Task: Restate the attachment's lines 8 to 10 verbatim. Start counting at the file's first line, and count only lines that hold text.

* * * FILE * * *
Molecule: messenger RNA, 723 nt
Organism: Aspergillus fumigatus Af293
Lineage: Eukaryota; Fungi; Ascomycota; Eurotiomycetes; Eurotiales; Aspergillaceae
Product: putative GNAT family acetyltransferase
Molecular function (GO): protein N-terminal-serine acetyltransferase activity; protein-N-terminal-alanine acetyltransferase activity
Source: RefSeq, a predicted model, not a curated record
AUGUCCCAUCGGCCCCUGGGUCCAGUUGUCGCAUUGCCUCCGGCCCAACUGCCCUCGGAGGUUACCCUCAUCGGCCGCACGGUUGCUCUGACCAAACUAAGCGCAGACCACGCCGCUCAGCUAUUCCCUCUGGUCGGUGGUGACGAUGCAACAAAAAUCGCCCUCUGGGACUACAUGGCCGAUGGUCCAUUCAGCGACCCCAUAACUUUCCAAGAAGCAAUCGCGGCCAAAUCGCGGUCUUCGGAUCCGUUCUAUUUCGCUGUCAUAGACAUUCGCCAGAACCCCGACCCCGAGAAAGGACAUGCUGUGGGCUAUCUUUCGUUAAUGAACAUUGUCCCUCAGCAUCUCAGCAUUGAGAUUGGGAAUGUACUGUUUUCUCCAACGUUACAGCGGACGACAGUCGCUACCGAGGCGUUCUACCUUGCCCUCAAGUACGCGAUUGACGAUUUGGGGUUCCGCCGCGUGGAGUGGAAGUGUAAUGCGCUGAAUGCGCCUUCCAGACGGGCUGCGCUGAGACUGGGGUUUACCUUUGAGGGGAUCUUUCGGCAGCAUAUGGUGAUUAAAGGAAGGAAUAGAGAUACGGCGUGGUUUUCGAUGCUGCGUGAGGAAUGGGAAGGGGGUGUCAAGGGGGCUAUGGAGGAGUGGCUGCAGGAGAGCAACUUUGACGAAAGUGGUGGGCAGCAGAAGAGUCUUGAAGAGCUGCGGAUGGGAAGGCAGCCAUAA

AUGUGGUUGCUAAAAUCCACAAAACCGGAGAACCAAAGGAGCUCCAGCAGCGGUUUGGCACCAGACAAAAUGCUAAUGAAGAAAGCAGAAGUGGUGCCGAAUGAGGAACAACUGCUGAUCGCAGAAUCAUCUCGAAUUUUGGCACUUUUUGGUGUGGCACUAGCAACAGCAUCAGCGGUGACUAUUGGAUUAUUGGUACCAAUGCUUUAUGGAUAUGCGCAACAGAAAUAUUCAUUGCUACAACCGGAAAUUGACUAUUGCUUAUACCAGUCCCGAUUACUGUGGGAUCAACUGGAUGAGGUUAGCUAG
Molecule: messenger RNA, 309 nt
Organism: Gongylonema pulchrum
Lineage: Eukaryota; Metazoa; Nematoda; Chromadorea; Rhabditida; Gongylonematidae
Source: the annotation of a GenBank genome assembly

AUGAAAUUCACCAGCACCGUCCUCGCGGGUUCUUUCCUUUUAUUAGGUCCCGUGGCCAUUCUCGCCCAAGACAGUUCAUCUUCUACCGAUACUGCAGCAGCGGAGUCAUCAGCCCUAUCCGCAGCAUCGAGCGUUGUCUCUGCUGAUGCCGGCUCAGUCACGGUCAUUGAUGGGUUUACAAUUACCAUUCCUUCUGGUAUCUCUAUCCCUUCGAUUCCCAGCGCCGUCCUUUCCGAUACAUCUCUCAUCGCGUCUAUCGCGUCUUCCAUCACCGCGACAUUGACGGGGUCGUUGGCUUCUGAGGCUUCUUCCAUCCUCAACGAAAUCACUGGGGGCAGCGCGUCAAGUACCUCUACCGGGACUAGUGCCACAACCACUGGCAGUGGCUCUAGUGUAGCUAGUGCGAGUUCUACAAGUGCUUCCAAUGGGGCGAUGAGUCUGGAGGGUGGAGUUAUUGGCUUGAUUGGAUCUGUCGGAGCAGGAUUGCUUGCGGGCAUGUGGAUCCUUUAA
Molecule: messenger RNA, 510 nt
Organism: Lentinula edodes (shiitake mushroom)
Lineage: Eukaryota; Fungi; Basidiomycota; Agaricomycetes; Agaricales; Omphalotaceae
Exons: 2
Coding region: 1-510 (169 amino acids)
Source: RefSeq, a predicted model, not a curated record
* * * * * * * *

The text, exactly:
AUGUGGUUGCUAAAAUCCACAAAACCGGAGAACCAAAGGAGCUCCAGCAGCGGUUUGGCACCAGACAAAAUGCUAAUGAAGAAAGCAGAAGUGGUGCCGAAUGAGGAACAACUGCUGAUCGCAGAAUCAUCUCGAAUUUUGGCACUUUUUGGUGUGGCACUAGCAACAGCAUCAGCGGUGACUAUUGGAUUAUUGGUACCAAUGCUUUAUGGAUAUGCGCAACAGAAAUAUUCAUUGCUACAACCGGAAAUUGACUAUUGCUUAUACCAGUCCCGAUUACUGUGGGAUCAACUGGAUGAGGUUAGCUAG
Molecule: messenger RNA, 309 nt
Organism: Gongylonema pulchrum